Yury Bondarenko, MD, MPH

Yury Bondarenko, MD, MPH, is a psychiatrist and addiction specialist. He grew up in Russia (formerly the USSR) where he studied medicine and later worked as director of the health ministry department of Rostov-Kalmylkian SDA Conference from 2001-2013. In 2013, the Ukrainian Union of Seventh-day Adventists invited him to open a medical clinic on the outskirts of Kiev where he oversaw the building project to completion. Since then the Kiev clinic has served as a center of influence, offering lifestyle programs as well as acute dental and medical services.

Swimming with Crocodiles

in Spring 2023   |
Published on 07/01/2023   |
5 min | <<|>>

In war, it is very important to keep a sense of humor.

So I’ll start with a little funny story that some of you must have heard.

A rich wealthy man held a luxurious party at the back of his mansion, where he had a pool that doubled as a home for live crocodiles, which he loved to collect.

The millionaire who also had a beautiful daughter suddenly thought up a dangerous idea to stir things up.

At the beautiful occasion, the millionaire took to the stage and stated his proposition that he would give a million dollars or his single daughter to anyone who could swim safely across the pool filled with the fiery animals.
Immediately, as the rich man finished his speech, there was a loud splash as a man jumped into the water.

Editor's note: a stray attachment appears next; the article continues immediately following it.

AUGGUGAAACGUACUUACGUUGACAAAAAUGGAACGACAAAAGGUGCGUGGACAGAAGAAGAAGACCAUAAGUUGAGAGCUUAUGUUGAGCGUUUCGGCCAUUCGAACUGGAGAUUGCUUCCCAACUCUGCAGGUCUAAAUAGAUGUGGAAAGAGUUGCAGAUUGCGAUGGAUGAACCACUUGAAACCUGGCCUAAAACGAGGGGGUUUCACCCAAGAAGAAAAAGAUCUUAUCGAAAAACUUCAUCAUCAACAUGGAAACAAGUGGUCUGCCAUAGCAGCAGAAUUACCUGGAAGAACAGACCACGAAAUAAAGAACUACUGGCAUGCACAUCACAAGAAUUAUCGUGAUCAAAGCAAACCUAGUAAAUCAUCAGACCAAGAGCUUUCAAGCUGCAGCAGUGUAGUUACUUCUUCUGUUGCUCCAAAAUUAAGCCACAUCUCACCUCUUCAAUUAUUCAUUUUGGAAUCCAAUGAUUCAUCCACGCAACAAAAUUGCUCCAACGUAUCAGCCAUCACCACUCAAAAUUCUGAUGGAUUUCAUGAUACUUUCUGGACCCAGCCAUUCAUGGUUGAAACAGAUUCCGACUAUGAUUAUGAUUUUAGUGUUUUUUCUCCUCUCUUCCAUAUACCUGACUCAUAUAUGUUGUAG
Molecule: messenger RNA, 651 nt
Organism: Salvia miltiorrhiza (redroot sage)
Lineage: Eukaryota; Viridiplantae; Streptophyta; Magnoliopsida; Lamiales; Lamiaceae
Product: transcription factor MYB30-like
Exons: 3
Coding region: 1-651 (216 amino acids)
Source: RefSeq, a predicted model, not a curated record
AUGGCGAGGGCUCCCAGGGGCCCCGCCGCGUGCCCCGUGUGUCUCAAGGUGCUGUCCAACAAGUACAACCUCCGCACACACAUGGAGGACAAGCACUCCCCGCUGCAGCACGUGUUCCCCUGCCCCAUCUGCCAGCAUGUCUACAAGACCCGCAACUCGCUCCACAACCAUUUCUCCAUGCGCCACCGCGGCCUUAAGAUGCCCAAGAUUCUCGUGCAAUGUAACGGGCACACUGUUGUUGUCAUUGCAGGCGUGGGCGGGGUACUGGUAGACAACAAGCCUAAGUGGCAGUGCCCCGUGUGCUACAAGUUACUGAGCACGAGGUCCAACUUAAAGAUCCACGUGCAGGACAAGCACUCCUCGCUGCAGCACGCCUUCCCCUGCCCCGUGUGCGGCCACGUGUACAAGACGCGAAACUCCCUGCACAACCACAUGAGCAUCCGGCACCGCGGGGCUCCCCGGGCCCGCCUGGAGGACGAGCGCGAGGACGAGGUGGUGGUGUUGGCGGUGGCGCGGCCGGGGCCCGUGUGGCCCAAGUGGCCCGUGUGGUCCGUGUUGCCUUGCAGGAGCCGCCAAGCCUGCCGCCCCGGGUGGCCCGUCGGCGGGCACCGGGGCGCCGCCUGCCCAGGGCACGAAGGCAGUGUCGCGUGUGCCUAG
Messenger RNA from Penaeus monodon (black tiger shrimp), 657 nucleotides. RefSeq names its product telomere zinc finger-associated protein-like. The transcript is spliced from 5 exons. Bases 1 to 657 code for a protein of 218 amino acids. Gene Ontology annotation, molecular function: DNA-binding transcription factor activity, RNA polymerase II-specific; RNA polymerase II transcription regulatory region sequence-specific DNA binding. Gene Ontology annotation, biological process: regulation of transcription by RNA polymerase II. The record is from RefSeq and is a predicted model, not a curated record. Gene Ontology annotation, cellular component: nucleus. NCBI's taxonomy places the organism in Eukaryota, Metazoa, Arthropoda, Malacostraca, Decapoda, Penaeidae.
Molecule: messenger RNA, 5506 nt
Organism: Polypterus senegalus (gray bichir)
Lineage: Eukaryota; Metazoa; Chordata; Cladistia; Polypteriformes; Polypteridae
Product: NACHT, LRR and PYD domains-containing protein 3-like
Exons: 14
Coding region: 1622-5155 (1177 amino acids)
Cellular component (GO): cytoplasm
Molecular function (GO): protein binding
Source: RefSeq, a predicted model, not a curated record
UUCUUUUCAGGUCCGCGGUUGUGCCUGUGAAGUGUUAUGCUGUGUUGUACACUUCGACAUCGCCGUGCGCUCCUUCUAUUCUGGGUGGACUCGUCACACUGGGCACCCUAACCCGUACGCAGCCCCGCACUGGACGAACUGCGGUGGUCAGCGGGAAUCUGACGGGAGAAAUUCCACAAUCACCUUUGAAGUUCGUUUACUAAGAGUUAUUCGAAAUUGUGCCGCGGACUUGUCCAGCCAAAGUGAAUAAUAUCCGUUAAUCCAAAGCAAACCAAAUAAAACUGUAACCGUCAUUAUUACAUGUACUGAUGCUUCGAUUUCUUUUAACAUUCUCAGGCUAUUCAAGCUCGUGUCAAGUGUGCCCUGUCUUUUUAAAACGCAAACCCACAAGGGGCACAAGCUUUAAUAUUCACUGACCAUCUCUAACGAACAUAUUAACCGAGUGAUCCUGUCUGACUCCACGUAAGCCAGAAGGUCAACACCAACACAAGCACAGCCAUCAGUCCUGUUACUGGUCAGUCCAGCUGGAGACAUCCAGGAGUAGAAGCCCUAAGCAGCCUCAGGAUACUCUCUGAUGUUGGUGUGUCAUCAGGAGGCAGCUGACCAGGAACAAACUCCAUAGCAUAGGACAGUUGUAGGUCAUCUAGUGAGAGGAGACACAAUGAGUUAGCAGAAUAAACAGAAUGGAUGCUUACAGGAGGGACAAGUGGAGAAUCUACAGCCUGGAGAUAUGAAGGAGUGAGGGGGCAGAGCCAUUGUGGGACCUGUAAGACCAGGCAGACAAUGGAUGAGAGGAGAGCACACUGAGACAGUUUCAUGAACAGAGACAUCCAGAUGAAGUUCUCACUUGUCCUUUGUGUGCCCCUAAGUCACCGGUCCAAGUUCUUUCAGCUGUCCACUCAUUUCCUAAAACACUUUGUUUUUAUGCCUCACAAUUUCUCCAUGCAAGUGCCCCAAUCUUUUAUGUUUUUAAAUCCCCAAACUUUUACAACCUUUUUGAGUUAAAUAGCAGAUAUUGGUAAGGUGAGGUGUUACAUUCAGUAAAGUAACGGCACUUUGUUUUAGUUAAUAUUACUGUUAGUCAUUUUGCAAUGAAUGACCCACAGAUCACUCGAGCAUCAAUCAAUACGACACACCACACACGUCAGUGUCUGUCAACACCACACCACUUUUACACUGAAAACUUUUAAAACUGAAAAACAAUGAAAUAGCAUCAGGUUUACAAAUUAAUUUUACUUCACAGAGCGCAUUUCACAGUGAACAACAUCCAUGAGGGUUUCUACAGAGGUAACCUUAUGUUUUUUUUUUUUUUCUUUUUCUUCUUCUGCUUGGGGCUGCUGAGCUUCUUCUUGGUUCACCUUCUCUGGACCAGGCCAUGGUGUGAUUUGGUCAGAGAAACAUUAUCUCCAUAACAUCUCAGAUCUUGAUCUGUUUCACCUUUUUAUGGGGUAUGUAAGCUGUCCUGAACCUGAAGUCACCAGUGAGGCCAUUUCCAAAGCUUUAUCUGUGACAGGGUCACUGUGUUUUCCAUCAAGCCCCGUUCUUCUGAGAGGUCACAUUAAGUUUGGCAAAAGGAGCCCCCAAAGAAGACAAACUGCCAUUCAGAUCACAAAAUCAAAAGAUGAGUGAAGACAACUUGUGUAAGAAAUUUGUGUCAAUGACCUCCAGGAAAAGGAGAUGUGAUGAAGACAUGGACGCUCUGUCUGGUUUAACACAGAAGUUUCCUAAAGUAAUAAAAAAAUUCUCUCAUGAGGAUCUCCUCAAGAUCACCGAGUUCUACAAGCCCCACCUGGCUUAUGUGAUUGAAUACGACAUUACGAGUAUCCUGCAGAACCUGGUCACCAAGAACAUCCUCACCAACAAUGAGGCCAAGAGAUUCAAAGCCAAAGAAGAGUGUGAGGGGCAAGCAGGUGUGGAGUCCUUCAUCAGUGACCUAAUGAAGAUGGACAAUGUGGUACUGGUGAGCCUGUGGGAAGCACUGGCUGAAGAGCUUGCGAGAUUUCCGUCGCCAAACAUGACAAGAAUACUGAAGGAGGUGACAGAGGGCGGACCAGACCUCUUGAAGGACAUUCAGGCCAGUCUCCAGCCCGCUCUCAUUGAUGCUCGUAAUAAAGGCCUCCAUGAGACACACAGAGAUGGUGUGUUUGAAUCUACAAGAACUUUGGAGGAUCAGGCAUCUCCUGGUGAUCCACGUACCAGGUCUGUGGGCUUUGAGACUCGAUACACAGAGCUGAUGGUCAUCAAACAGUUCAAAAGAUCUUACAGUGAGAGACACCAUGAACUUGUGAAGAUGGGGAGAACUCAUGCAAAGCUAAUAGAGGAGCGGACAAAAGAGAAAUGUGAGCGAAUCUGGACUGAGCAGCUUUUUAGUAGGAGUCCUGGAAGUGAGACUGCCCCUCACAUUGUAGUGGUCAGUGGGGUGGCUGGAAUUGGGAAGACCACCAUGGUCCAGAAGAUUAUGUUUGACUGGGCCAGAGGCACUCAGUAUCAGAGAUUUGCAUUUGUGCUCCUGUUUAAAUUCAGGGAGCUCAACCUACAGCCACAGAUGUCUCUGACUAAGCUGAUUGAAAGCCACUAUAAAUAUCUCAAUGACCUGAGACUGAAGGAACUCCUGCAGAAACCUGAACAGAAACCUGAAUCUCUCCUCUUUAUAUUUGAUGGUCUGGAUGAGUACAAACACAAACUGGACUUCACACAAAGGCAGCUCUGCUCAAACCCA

He screamed and swam with all his strength towards the other end while he received cheers and encouragement from the crowd.

Fortunately, the young man made it out of the swimming pool alive with his shirt all battered and some slight injuries on his body due to scratches from the crocodiles.

The millionaire who was so impressed commended him for doing a great job and passing the test. He added that he didn’t think anyone could survive the life-threatening trial.

Holding his end of the bargain, the millionaire asked the tired young man if he wanted his beautiful daughter or a million dollars.

The young man angrily answered that he didn’t need his money or his daughter but wanted to know who pushed him into a pool filled with crocodiles.

Who would have thought the young man was swimming just for his life!?

My dear friends and colleagues!
Someone pushed our country into a pool of crocodiles.

To Survive.
Pushed Me, our team of the Angelia clinic, our families, pushed into the war.
We didn’t choose war.
We didn’t believe [in it] and we didn’t want [it]. We didn’t plan [it].
We just ended up in the water with crocodiles.
We’re in a war.
But not only us.
There are thousands and millions of Ukrainians.
Many of them are [in] much [more difficult circumstances] than us.

We have to swim as a team in this pool of war and, at the same time, provide comprehensive care to those who are bitten, wounded, dying.
War is a very difficult experience.
It’s catastrophic. Stress you can’t get away from.
Imposed violence.
Great collective violence.

Along with the rockets—anxiety arrives. And along with the power and water cuts, peace and regular life are turned off.

But we swim, swim hard, adapt and, as usual, help those who are worse off. We swim in this crocodile pool not for awards, not for money, and not for recognition.

We swim because we are doctors. We are nurses. We are medical professionals surviving and helping [at] the same time.
Because we are children of God.

What makes us alive and work in a country where there is a war?